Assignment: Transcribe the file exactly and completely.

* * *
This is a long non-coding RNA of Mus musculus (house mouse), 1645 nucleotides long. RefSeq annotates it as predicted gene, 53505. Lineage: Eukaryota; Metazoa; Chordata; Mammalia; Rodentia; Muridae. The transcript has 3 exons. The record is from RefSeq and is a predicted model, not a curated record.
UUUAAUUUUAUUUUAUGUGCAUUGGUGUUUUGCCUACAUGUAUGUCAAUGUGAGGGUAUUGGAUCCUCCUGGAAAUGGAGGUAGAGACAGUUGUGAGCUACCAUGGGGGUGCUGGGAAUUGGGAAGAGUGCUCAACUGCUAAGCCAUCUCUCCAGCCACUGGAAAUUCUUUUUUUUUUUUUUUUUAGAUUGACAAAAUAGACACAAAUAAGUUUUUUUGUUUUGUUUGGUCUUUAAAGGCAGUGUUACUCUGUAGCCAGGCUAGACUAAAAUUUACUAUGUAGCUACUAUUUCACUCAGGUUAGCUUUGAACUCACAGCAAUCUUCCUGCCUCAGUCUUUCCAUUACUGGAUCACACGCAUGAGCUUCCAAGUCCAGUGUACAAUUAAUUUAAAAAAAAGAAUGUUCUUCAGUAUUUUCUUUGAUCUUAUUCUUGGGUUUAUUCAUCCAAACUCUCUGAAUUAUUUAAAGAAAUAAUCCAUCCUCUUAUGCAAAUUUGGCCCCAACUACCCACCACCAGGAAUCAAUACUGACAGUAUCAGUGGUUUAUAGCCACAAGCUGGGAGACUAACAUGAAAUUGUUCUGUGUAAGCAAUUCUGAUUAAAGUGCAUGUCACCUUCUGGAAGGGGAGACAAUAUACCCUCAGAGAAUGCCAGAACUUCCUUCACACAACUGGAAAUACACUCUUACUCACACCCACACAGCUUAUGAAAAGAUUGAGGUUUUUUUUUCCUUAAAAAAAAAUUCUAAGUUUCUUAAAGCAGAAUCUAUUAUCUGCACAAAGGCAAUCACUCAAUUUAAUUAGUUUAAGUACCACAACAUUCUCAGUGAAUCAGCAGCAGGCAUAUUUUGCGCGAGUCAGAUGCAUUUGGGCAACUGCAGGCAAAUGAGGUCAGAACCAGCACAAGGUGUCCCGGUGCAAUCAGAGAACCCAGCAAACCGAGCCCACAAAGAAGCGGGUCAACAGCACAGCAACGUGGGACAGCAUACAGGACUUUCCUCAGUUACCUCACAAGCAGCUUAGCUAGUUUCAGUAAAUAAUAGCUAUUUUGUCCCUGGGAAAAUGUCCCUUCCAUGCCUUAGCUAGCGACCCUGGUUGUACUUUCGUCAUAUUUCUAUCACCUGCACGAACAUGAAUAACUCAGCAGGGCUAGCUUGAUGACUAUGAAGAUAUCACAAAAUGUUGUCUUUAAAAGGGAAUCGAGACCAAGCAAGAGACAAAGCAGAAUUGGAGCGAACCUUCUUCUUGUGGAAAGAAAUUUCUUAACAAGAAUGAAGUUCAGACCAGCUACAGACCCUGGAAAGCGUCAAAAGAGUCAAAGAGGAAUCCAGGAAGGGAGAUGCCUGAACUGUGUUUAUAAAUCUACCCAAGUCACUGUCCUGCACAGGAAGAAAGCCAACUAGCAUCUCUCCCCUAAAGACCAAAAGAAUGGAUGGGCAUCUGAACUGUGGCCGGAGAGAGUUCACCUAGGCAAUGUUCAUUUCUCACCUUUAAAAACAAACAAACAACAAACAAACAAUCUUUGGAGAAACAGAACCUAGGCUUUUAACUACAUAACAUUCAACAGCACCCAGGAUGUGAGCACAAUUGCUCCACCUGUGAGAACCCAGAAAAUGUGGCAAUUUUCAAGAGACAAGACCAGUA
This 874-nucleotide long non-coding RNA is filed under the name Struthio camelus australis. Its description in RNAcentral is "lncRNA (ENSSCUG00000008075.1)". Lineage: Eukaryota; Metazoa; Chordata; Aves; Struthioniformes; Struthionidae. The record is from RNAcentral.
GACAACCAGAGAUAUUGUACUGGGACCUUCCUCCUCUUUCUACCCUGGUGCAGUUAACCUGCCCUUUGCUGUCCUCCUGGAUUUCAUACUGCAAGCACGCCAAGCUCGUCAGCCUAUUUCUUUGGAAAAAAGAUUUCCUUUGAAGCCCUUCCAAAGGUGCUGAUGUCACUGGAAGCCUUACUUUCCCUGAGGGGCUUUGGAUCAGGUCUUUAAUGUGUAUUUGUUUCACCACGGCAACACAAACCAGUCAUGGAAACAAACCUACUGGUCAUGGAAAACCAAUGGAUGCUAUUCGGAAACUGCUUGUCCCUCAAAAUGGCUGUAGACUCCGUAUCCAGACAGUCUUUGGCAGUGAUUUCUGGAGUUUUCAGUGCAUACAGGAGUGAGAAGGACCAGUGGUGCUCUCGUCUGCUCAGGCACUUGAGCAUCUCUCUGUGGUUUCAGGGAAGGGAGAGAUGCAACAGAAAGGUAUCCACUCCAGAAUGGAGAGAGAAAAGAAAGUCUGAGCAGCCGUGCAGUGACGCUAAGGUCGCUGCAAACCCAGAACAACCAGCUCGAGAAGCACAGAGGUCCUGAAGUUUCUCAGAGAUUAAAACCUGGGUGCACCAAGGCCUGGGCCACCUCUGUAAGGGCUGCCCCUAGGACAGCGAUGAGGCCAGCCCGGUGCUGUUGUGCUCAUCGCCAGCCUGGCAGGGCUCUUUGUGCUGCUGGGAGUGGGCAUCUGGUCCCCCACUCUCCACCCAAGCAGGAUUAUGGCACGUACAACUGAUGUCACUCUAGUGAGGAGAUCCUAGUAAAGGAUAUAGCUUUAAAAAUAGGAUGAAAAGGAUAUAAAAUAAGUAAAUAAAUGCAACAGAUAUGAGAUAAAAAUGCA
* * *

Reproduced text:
This is a long non-coding RNA of Mus musculus (house mouse), 1645 nucleotides long. RefSeq annotates it as predicted gene, 53505. Lineage: Eukaryota; Metazoa; Chordata; Mammalia; Rodentia; Muridae. The transcript has 3 exons. The record is from RefSeq and is a predicted model, not a curated record.
UUUAAUUUUAUUUUAUGUGCAUUGGUGUUUUGCCUACAUGUAUGUCAAUGUGAGGGUAUUGGAUCCUCCUGGAAAUGGAGGUAGAGACAGUUGUGAGCUACCAUGGGGGUGCUGGGAAUUGGGAAGAGUGCUCAACUGCUAAGCCAUCUCUCCAGCCACUGGAAAUUCUUUUUUUUUUUUUUUUUAGAUUGACAAAAUAGACACAAAUAAGUUUUUUUGUUUUGUUUGGUCUUUAAAGGCAGUGUUACUCUGUAGCCAGGCUAGACUAAAAUUUACUAUGUAGCUACUAUUUCACUCAGGUUAGCUUUGAACUCACAGCAAUCUUCCUGCCUCAGUCUUUCCAUUACUGGAUCACACGCAUGAGCUUCCAAGUCCAGUGUACAAUUAAUUUAAAAAAAAGAAUGUUCUUCAGUAUUUUCUUUGAUCUUAUUCUUGGGUUUAUUCAUCCAAACUCUCUGAAUUAUUUAAAGAAAUAAUCCAUCCUCUUAUGCAAAUUUGGCCCCAACUACCCACCACCAGGAAUCAAUACUGACAGUAUCAGUGGUUUAUAGCCACAAGCUGGGAGACUAACAUGAAAUUGUUCUGUGUAAGCAAUUCUGAUUAAAGUGCAUGUCACCUUCUGGAAGGGGAGACAAUAUACCCUCAGAGAAUGCCAGAACUUCCUUCACACAACUGGAAAUACACUCUUACUCACACCCACACAGCUUAUGAAAAGAUUGAGGUUUUUUUUUCCUUAAAAAAAAAUUCUAAGUUUCUUAAAGCAGAAUCUAUUAUCUGCACAAAGGCAAUCACUCAAUUUAAUUAGUUUAAGUACCACAACAUUCUCAGUGAAUCAGCAGCAGGCAUAUUUUGCGCGAGUCAGAUGCAUUUGGGCAACUGCAGGCAAAUGAGGUCAGAACCAGCACAAGGUGUCCCGGUGCAAUCAGAGAACCCAGCAAACCGAGCCCACAAAGAAGCGGGUCAACAGCACAGCAACGUGGGACAGCAUACAGGACUUUCCUCAGUUACCUCACAAGCAGCUUAGCUAGUUUCAGUAAAUAAUAGCUAUUUUGUCCCUGGGAAAAUGUCCCUUCCAUGCCUUAGCUAGCGACCCUGGUUGUACUUUCGUCAUAUUUCUAUCACCUGCACGAACAUGAAUAACUCAGCAGGGCUAGCUUGAUGACUAUGAAGAUAUCACAAAAUGUUGUCUUUAAAAGGGAAUCGAGACCAAGCAAGAGACAAAGCAGAAUUGGAGCGAACCUUCUUCUUGUGGAAAGAAAUUUCUUAACAAGAAUGAAGUUCAGACCAGCUACAGACCCUGGAAAGCGUCAAAAGAGUCAAAGAGGAAUCCAGGAAGGGAGAUGCCUGAACUGUGUUUAUAAAUCUACCCAAGUCACUGUCCUGCACAGGAAGAAAGCCAACUAGCAUCUCUCCCCUAAAGACCAAAAGAAUGGAUGGGCAUCUGAACUGUGGCCGGAGAGAGUUCACCUAGGCAAUGUUCAUUUCUCACCUUUAAAAACAAACAAACAACAAACAAACAAUCUUUGGAGAAACAGAACCUAGGCUUUUAACUACAUAACAUUCAACAGCACCCAGGAUGUGAGCACAAUUGCUCCACCUGUGAGAACCCAGAAAAUGUGGCAAUUUUCAAGAGACAAGACCAGUA
This 874-nucleotide long non-coding RNA is filed under the name Struthio camelus australis. Its description in RNAcentral is "lncRNA (ENSSCUG00000008075.1)". Lineage: Eukaryota; Metazoa; Chordata; Aves; Struthioniformes; Struthionidae. The record is from RNAcentral.
GACAACCAGAGAUAUUGUACUGGGACCUUCCUCCUCUUUCUACCCUGGUGCAGUUAACCUGCCCUUUGCUGUCCUCCUGGAUUUCAUACUGCAAGCACGCCAAGCUCGUCAGCCUAUUUCUUUGGAAAAAAGAUUUCCUUUGAAGCCCUUCCAAAGGUGCUGAUGUCACUGGAAGCCUUACUUUCCCUGAGGGGCUUUGGAUCAGGUCUUUAAUGUGUAUUUGUUUCACCACGGCAACACAAACCAGUCAUGGAAACAAACCUACUGGUCAUGGAAAACCAAUGGAUGCUAUUCGGAAACUGCUUGUCCCUCAAAAUGGCUGUAGACUCCGUAUCCAGACAGUCUUUGGCAGUGAUUUCUGGAGUUUUCAGUGCAUACAGGAGUGAGAAGGACCAGUGGUGCUCUCGUCUGCUCAGGCACUUGAGCAUCUCUCUGUGGUUUCAGGGAAGGGAGAGAUGCAACAGAAAGGUAUCCACUCCAGAAUGGAGAGAGAAAAGAAAGUCUGAGCAGCCGUGCAGUGACGCUAAGGUCGCUGCAAACCCAGAACAACCAGCUCGAGAAGCACAGAGGUCCUGAAGUUUCUCAGAGAUUAAAACCUGGGUGCACCAAGGCCUGGGCCACCUCUGUAAGGGCUGCCCCUAGGACAGCGAUGAGGCCAGCCCGGUGCUGUUGUGCUCAUCGCCAGCCUGGCAGGGCUCUUUGUGCUGCUGGGAGUGGGCAUCUGGUCCCCCACUCUCCACCCAAGCAGGAUUAUGGCACGUACAACUGAUGUCACUCUAGUGAGGAGAUCCUAGUAAAGGAUAUAGCUUUAAAAAUAGGAUGAAAAGGAUAUAAAAUAAGUAAAUAAAUGCAACAGAUAUGAGAUAAAAAUGCA